Eurozone: Five-year high GDP growth, but still not great
Preliminary GDP data indicate growth of +0.3% q/q in Q4 2015, bringing full-year expansion to +1.5%, which is the highest since 2011 and in line with expectations. The main growth driver was increased household consumption. Germany’s 2015 GDP increased by +1.4%, reflecting domestic demand growth, particularly government spending related to the refugee crisis. France’s household consumption maintained its growth at +0.2% q/q in Q4, putting 2015 expansion at +1.1%. Household consumption was also an important contributor to growth in Italy. All Eurozone countries expanded more strongly in 2015 than in 2014, with Spain (+3.2% in 2015) registering the highest rate after Ireland. We expect domestic demand will continue to drive growth, reflecting cheap oil prices and a pick-up in corporate investment. The effects of a weak EUR, already evident in export growth in some countries such as Italy, will also continue to boost economic activity, although to a lesser extent than in 2015. Overall, we expect slightly stronger growth in 2016, at +1.7%, with higher growth at a country level ranging from +1.8% in Germany to +1.4% and +1.1% in France and Italy, respectively. In contrast, growth in Spain is likely to slow moderately, to +2.7%.
Commodities: Oil platform
It is too early to suggest that the recent agreement by some oil-producing countries to freeze output at January levels will address the current oversupply of crude. The accord involves Saudi Arabia (January output 10.2mbpd), Russia (10.9mbpd), Venezuela (2.4mbpd) and Qatar (0.7mbpd). However, the agreement is tentative and dependent on other producers joining the quartet. This may be difficult to achieve as the U.S. is unlikely to agree and the timing is bad for both Iran (increasing output after gaining sanctions relief) and Iraq (requiring oil revenues to finance security against ongoing security threats). Both Russia and Saudi Arabia have been pumping at, or near, record levels for two years, so a production freeze - rather than a cut - does little to balance the market. An additional factor that may yet derail the agreement is that the two principal actors support opposing sides in the conflict in Syria. This agreement may yet lead to other concerted action to balance the oil market but we do not see it as having a marked effect on prices (Brent currently <USD35/b) in the short term.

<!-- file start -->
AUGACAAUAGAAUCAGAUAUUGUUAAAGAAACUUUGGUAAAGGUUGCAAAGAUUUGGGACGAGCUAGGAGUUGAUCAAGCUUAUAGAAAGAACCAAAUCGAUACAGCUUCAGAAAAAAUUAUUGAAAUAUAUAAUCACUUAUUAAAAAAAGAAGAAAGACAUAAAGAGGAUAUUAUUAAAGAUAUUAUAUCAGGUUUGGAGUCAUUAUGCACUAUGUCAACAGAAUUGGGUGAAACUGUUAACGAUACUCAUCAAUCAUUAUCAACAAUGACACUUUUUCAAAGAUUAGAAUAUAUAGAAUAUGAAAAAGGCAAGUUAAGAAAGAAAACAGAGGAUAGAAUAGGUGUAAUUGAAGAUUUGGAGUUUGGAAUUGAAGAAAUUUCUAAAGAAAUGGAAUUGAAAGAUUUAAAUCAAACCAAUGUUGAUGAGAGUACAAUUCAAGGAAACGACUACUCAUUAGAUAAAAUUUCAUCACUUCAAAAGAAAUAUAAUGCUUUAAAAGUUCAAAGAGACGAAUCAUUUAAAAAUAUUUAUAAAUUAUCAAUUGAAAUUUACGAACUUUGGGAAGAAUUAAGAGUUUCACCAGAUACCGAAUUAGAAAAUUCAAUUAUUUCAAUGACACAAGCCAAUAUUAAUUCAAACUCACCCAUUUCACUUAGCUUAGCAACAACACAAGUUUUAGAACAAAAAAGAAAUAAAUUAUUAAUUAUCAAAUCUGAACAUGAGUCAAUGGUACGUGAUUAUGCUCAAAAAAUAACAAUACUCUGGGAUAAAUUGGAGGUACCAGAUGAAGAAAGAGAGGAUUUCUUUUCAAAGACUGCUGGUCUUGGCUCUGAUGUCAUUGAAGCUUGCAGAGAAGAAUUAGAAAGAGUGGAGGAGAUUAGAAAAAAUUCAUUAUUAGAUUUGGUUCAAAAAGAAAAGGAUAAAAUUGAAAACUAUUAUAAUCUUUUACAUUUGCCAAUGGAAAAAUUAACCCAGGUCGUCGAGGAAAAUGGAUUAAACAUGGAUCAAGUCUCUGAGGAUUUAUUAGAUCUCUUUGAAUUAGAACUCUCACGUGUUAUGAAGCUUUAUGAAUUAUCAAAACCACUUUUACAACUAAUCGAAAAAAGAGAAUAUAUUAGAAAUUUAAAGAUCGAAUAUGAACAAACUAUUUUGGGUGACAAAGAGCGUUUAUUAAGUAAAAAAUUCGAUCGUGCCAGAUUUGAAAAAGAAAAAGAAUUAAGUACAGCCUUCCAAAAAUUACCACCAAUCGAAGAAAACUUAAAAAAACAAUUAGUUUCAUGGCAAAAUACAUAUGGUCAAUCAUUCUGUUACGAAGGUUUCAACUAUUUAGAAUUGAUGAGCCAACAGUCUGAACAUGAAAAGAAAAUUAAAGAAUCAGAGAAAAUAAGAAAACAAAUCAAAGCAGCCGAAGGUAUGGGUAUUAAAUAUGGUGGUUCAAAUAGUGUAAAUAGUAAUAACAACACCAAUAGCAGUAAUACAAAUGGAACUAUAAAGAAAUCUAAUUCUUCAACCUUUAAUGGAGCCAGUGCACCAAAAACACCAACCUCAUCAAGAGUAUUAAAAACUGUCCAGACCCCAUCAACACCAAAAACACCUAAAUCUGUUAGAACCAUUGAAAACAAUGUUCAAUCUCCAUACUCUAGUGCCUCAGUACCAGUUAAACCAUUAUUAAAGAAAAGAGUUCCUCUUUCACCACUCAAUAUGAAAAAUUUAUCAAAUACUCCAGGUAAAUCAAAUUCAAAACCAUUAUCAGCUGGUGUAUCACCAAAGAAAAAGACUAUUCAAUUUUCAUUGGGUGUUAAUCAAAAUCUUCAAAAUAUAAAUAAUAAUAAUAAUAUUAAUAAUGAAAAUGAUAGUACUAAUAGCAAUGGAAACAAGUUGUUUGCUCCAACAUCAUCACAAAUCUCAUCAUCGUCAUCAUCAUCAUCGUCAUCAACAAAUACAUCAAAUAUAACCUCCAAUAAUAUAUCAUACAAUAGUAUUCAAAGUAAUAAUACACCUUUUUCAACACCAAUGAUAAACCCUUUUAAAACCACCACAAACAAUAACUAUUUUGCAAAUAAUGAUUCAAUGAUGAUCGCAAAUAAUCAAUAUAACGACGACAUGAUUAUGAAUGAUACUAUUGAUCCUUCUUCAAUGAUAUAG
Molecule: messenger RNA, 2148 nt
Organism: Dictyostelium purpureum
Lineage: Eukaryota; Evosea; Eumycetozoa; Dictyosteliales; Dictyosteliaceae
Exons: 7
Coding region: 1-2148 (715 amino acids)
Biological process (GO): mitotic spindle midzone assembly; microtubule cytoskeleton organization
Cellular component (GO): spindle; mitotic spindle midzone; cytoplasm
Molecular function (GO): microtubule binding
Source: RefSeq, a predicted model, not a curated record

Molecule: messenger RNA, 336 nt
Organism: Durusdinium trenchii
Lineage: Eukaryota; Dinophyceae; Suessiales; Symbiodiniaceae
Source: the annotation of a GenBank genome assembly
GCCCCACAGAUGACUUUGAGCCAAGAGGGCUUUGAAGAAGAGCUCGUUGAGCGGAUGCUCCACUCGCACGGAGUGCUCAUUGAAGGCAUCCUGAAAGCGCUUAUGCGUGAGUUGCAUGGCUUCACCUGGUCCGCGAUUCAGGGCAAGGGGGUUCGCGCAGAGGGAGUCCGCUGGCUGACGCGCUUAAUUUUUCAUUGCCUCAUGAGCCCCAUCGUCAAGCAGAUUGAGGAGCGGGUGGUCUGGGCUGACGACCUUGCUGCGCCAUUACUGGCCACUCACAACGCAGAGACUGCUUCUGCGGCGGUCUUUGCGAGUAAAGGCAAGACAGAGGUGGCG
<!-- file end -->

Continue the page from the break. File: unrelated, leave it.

Norway: Negative impact from oil prices
GDP in Q4 2015 – excluding oil activity – expanded only slightly (+0.1% q/q) after a stagnant Q3. While domestic consumption increased by +0.6% q/q in Q4, compared with +0.3% in the previous quarter, investment continued to decline, for the third consecutive quarter. Investment was affected by weakness in the oil sector but also by contraction in manufacturing (-1.3% q/q) and general government investment (-2.7%). GDP including oil activities declined by -1.2% q/q in Q4, reflecting the impact of lower oil prices and declining output of the petroleum industries (-5.8% q/q). Mainland GDP growth (excluding oil) was +1.1% in 2015, the weakest annual rate since 2009, and overall growth was +1.7%. To counter the negative consequences of lower oil prices, the government adopted a supportive 2016 budget, which projects a boost equivalent to +0.7% of mainland GDP. Meanwhile, the Central Bank is likely to announce further rate cuts in H1 2016. We expect this year’s overall GDP growth will slow further, to +1.2%, as a result of investment contraction and a slowdown in export growth.
On an annualised basis, GDP increased by +3.3% q/q in Q4 2015, following +2.5% (revised upwards) and +0.4% in Q3 and Q2, respectively. It was the strongest quarterly GDP growth since Q4 2014 and was driven by private consumption (+5.8%, after +2.2% in Q3) and investment (+6.8% from -0.1%) but net exports had a negative impact as import growth was +25% while exports increased by +7.6%. For the year as a whole, GDP increased by +2.6%, compared with an earlier official forecast of +2.3%. The economy is showing some resilience despite regional (Middle East turmoil) and global headwinds but, in relation to the latter, weak recoveries in Europe (markets for over 30% of Israeli exports) and uncertainties relating to U.S. (28%) and Chinese growth weigh against external demand for Israeli products and services. Exports were a primary growth driver pre-2012 but private consumption is likely to remain the strongest boost to GDP this year and next. EH expects GDP growth of +3% in 2016.